“On Killing”, by Lt. Col. Dave Grossman
I’ve been reading “On Killing” for a while now and I have to say I find it has given me hope about mankind. Everyone I’ve tried to explain this to so far has find it ghoulish, so I am probably about to lose you to this interpretation as well, but here goes.
Lt. Col. Dave Grossman began as a Ranger, an elite US soldier. He has never seen combat but he has combined his military training with a career as an academic psychologist at WestPoint and some interesting historical research. He is part of a new field called, I kid you not, killology.
Bear with me. Grossman’s main point is that humans find it inherently difficult to harm or kill other human beings. And therein lies the hope it gives me about mankind.
The book has the following interesting statistics:
In World War II, only 15-20 percent of combat infantry were willing to fire their rifles. In Korea, about 50 percent. In Vietnam, the figure rose to over 90 percent.
I will repeat that: only 15-20 percent of combat infantry were willing to fire. Most soldiers found it plain unpleasant to fire, even as they were being shot at and bombed. The human instinct is not to kill or harm.
The rest of the book explains how this instinct can be overcome. The diagram below, from the book, is a good summary.
The reason I find the book interesting is in using that summary diagram in reverse: what can each of us do to harness the instinct of doing no harm to other human beings? What should we be doing in our society to support peaceful behaviour?
One of the main points that struck me was the crucial role of seeing other human beings as human beings. A key part of military training – training to kill – is to teach the soldier to identify with the group and to distance him from the enemy group. The distance is both physical – aircraft bombers and other long-distance killing weapons – and emotional – propaganda to make the enemy seem inhuman.
This is why the increasing restrictions to travel scare me so much. My Arab and Muslim friends have given up on visiting the USA, humiliated by the security checks and lengthy procedures. And my American friends are too scared to visit the Arab world, convinced that they will be targeted and killed. The result, however, is physical and emotional distance: distance that divides these nations into sides, and allows the people on each “side” to disregard the other’s deaths.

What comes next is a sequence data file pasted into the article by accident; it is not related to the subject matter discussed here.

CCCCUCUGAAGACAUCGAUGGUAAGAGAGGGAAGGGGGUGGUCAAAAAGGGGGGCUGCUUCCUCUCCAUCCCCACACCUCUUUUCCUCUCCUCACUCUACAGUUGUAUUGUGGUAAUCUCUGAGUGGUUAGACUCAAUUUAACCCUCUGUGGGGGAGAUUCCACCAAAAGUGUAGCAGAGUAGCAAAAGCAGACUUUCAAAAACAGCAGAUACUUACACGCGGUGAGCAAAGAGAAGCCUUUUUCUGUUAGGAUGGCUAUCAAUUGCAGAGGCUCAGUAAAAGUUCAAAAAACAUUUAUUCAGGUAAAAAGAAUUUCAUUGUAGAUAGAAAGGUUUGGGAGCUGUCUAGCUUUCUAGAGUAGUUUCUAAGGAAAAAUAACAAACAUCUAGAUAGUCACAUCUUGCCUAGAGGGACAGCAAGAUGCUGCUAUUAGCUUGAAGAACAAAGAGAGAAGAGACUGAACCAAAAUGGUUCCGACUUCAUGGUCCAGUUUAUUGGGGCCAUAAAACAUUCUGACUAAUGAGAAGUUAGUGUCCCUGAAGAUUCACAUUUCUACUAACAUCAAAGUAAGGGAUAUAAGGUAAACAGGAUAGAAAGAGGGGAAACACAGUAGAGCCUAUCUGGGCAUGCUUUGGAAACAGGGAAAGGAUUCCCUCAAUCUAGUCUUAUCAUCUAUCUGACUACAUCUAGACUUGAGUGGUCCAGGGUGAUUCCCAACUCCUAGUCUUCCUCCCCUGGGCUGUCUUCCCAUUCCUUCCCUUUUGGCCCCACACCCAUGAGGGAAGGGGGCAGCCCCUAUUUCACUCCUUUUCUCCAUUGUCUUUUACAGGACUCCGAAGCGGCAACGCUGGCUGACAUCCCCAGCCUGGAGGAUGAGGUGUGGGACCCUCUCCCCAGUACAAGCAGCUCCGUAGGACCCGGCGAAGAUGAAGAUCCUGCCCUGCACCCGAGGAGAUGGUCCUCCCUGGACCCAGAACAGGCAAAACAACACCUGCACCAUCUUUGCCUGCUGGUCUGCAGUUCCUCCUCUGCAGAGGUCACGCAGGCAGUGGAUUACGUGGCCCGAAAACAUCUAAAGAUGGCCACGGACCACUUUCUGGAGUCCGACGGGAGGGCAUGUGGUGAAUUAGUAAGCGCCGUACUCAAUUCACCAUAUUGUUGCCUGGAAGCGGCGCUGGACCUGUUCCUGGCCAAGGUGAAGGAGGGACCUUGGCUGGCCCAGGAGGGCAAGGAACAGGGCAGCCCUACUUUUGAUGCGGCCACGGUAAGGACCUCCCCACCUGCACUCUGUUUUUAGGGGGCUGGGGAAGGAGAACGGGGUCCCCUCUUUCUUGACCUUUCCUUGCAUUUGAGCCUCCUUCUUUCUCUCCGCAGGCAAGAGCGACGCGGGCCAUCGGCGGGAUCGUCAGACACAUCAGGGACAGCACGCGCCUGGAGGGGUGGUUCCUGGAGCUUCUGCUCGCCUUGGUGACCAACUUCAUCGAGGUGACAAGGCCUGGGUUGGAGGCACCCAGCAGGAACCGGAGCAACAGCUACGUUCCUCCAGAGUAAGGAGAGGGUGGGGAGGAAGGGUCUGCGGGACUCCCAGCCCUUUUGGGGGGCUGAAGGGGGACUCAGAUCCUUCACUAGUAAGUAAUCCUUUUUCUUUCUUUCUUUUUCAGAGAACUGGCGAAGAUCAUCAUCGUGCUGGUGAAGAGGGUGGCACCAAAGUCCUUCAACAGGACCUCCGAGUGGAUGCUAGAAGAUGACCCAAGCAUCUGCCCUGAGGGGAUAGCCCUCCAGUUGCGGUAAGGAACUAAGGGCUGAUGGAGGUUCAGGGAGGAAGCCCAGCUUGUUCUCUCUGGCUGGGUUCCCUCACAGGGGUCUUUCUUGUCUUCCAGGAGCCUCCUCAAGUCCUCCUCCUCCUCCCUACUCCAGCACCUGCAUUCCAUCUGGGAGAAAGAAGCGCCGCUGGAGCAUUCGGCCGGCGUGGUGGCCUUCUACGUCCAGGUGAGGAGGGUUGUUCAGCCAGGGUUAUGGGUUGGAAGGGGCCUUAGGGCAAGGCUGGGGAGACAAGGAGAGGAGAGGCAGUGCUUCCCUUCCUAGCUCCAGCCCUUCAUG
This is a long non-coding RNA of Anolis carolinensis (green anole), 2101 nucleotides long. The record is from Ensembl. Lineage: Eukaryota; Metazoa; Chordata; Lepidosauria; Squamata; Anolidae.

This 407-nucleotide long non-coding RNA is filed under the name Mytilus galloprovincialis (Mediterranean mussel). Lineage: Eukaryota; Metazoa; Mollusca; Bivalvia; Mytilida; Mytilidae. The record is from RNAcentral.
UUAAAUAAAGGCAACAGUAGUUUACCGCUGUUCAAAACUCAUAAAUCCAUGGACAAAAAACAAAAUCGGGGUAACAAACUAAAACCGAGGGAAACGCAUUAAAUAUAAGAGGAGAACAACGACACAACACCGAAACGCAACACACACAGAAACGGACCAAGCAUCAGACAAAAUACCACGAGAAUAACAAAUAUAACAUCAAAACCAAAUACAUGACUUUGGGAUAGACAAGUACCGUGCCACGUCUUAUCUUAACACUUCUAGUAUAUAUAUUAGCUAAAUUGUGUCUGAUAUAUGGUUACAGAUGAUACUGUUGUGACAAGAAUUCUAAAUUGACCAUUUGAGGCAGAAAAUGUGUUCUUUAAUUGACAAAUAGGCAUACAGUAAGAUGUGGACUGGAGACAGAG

But we are all on the same side, or at least we should be.
That is why I like the DC International – it is an organisation that introduces Americans and non-Americans to each other. It builds friendships and cements the idea that we are all on the same side. If you are in the DC area, I heartily recommend that you join.
Another interesting point from the book is that shock and awe campaigns do not work. The author describes the horrors of aerial bombings during World War II. These killed civilians in nasty ways – burns, shrapnel, buried by rubble – on an unprecedented scale. The theory behind it was that killing a certain number of civilians would induce mass lunacy in all the other civilians, crippling their country’s war effort and allowing a swift victory. This was based on the observation during World War I that the number of soldiers lost to psychiatric illness was greater than that of being killed by enemy fire.
However, the bombing had almost no psychiatric impact. It seems that civilians thought of bombing as impersonal as soldiers did. The same physical and emotional distance that made the act of bombing palatable to soldiers also made it psychologically survivable to civilians.
Which makes me angry about Rumsfeld’s claims about the shock and awe bombing campaigns to drive surrender – they do not, they only bring incredible physical suffering.
The final interesting point from the book is the term “Acquired Violence Immune Deficiency Syndrome”. Grossman’s point is that the same techniques pioneered by the military to allow soldiers to commit violence have filtered through to civilian society through video games and films.
Which is why I find this week’s Economist article about games so disappointing. It begins with a critique of the industry but then concludes happily that research shows most fears are unfounded. In the book however Grossman accuses such research of being as morally suspect as the research that the tobacco industry funded – and then promoted in the media – about the safety of cigarettes.
I hope we can all learn from him to commit to reducing violence in our societies.